You won't find anyone in Kotare Village who doesn't have brown hands. It's not because they're out in the sun all day or that they don't wash their hands thoroughly, but because the
human-soil connection is the most important factor in growing organic vegetables and fruit, fodder trees and pasture, seeds and tubers and it's stained into their skin at a cellular level.
The village is home to the Koanga Institute, founded by organic and permaculture gardening guru Kay Baxter.
Her life for the past 30 years has been dedicated to developing a precious collection of heritage seeds and fruit trees, first in Northland, then on leased land near Wairoa. But just over a year ago Kay, her husband Bob Corker and their team faced the biggest challenge of their lives: eviction.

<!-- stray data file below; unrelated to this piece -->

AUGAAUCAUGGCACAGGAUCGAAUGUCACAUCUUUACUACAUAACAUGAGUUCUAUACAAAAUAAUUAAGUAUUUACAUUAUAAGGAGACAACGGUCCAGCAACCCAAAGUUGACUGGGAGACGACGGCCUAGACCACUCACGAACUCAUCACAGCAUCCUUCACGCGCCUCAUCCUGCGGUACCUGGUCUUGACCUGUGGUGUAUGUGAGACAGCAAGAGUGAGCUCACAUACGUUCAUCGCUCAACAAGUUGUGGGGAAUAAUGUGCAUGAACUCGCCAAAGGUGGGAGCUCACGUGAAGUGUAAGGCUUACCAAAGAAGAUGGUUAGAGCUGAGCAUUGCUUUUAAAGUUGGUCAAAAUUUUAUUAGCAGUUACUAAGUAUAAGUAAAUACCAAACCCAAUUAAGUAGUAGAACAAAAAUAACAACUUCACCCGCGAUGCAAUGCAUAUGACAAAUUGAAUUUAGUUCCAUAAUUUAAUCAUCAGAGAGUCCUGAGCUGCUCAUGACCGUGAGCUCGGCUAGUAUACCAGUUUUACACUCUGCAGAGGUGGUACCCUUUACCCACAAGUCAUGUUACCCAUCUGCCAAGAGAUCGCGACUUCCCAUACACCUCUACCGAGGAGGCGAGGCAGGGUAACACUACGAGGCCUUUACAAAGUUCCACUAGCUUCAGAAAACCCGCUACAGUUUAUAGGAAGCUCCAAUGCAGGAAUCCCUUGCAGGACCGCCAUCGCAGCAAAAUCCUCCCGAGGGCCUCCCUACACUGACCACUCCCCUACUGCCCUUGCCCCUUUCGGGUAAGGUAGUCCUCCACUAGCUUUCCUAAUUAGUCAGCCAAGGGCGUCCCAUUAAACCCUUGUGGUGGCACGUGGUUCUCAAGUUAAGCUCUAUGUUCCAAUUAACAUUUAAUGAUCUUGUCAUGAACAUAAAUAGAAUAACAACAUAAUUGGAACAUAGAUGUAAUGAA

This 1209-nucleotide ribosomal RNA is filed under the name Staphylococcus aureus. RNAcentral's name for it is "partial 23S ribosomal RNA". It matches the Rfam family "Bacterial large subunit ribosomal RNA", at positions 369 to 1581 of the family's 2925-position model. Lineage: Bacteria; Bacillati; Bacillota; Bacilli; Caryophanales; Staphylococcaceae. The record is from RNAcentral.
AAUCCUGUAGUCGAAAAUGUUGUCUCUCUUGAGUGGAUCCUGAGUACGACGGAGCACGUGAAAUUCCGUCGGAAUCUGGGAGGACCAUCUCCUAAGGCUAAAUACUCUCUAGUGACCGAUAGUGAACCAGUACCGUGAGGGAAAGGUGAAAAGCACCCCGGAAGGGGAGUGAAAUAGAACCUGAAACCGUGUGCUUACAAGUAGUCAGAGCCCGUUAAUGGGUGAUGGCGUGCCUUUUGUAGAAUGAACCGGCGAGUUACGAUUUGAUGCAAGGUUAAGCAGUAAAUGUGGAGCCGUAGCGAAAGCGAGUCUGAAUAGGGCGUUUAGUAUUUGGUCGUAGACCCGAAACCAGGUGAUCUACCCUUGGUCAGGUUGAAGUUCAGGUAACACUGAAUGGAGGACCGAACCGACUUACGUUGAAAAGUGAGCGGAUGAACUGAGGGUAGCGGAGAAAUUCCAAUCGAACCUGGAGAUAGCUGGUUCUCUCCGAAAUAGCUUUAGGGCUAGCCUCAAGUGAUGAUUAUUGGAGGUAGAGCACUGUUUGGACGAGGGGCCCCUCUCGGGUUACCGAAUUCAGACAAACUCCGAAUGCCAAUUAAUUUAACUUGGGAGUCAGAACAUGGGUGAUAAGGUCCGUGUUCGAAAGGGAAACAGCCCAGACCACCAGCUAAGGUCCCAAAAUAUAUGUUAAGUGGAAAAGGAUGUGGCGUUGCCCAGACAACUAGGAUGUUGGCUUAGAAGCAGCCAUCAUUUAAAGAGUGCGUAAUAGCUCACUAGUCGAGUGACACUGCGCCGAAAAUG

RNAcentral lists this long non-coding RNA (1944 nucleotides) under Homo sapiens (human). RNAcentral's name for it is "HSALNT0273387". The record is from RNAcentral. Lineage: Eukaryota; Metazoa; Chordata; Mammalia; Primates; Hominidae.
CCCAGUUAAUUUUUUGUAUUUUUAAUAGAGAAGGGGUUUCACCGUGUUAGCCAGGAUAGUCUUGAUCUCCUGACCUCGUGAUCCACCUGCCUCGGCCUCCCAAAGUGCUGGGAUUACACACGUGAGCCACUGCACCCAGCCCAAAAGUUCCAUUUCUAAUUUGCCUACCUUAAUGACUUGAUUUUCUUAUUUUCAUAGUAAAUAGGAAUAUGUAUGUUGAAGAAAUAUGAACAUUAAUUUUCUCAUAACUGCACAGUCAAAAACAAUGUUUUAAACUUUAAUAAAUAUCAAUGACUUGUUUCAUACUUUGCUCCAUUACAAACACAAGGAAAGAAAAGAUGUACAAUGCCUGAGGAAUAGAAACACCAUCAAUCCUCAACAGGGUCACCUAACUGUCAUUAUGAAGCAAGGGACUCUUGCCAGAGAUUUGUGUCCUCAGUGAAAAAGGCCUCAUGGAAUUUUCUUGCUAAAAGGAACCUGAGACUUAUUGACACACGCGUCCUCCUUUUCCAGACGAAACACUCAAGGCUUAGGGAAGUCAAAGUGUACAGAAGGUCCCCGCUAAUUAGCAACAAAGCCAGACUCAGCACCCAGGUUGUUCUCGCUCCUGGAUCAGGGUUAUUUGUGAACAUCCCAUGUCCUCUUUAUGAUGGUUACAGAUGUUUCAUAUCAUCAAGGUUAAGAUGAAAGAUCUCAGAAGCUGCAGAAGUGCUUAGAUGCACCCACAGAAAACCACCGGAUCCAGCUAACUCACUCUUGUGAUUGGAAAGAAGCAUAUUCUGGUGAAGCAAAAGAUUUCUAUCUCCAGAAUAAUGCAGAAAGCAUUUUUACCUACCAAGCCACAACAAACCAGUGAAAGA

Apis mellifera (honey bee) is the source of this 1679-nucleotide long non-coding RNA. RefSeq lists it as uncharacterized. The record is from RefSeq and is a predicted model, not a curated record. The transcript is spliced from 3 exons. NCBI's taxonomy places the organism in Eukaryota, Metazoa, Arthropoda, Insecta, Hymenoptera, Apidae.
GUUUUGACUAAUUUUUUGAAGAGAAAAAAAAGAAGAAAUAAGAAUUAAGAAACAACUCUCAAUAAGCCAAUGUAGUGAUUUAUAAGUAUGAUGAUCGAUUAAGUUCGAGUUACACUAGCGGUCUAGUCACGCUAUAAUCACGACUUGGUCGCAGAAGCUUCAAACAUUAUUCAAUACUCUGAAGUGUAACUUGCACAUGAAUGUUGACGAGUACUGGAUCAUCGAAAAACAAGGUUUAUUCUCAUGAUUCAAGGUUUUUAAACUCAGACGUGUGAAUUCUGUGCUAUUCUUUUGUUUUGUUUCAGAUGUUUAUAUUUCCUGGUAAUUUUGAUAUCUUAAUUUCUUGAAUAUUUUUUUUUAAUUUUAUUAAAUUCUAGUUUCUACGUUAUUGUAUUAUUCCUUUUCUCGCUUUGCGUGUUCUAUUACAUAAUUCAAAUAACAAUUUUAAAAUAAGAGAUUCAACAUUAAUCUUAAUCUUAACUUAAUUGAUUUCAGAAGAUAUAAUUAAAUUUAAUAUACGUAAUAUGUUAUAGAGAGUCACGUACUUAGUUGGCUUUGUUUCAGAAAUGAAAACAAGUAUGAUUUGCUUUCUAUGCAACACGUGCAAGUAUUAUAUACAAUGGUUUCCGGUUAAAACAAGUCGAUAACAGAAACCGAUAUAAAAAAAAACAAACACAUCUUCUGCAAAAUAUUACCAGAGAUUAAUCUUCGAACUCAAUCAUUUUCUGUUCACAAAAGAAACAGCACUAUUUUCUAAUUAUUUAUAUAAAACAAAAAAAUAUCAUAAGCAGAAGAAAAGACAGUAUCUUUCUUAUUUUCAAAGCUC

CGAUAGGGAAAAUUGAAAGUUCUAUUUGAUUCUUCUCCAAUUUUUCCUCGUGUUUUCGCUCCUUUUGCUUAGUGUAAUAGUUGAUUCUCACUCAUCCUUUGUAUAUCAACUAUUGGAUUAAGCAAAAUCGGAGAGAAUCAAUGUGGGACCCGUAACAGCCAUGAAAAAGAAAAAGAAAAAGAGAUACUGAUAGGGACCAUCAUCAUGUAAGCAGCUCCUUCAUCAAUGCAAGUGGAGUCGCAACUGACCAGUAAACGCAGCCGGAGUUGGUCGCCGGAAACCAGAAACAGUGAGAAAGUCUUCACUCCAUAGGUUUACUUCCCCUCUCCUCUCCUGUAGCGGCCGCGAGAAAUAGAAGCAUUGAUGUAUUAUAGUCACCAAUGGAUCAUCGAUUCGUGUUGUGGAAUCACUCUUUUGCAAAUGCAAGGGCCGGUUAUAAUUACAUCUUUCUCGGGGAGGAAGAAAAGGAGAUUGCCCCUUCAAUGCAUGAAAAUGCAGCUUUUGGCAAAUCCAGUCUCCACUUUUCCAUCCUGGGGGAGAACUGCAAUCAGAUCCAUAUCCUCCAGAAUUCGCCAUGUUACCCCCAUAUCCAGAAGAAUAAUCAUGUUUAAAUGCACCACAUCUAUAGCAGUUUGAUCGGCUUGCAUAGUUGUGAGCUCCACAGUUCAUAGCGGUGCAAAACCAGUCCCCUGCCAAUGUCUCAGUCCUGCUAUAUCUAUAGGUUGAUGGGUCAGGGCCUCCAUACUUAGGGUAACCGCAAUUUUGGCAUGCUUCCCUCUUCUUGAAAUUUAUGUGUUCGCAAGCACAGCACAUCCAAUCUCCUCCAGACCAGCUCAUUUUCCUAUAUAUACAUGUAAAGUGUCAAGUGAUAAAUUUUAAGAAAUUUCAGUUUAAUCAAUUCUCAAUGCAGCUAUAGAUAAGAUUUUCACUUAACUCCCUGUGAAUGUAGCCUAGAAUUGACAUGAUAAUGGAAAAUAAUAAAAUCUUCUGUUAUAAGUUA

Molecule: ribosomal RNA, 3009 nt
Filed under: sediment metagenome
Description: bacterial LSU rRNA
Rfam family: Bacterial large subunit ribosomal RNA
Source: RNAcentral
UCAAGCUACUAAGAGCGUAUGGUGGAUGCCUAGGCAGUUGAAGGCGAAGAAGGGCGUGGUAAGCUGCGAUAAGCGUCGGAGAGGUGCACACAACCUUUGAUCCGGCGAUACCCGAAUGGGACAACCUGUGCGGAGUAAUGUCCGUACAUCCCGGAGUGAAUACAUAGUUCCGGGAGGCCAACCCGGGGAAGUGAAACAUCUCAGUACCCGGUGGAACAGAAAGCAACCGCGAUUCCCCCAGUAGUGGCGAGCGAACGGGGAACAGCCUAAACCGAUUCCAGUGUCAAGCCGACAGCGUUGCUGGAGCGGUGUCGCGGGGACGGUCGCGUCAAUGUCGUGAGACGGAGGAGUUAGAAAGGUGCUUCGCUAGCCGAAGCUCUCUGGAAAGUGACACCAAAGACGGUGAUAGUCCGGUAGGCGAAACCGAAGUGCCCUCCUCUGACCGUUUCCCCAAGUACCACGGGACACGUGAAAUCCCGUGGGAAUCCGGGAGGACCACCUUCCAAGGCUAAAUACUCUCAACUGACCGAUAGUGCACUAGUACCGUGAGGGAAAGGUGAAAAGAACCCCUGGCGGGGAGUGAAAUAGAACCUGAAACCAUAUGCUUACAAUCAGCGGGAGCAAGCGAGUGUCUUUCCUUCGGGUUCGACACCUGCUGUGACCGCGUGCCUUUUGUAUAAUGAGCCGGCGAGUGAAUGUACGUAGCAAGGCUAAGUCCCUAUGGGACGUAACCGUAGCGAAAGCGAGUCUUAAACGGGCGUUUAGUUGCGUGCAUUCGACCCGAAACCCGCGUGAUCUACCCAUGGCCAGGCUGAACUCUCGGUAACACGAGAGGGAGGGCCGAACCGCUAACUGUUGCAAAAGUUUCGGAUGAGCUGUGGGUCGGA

The development company that owned the land was foundering, the first mortgage holder was demanding a sale and everything they'd ever worked for was suddenly facing the auctioneer's hammer.
"It's been a really, really big journey holding the seeds for such a long time and the thought of starting again was too much," says Kay.
chef Peta Mathias got behind what would eventually be a successful nationwide campaign to raise the money to purchase the first mortgage on the property, although there's still more financing required and a campaign to raise that money is now underway (kotarevillage.org.nz).
Kotare Village is growing in an isolated spot about an hour's drive south of Gisborne. Blink and you'll miss the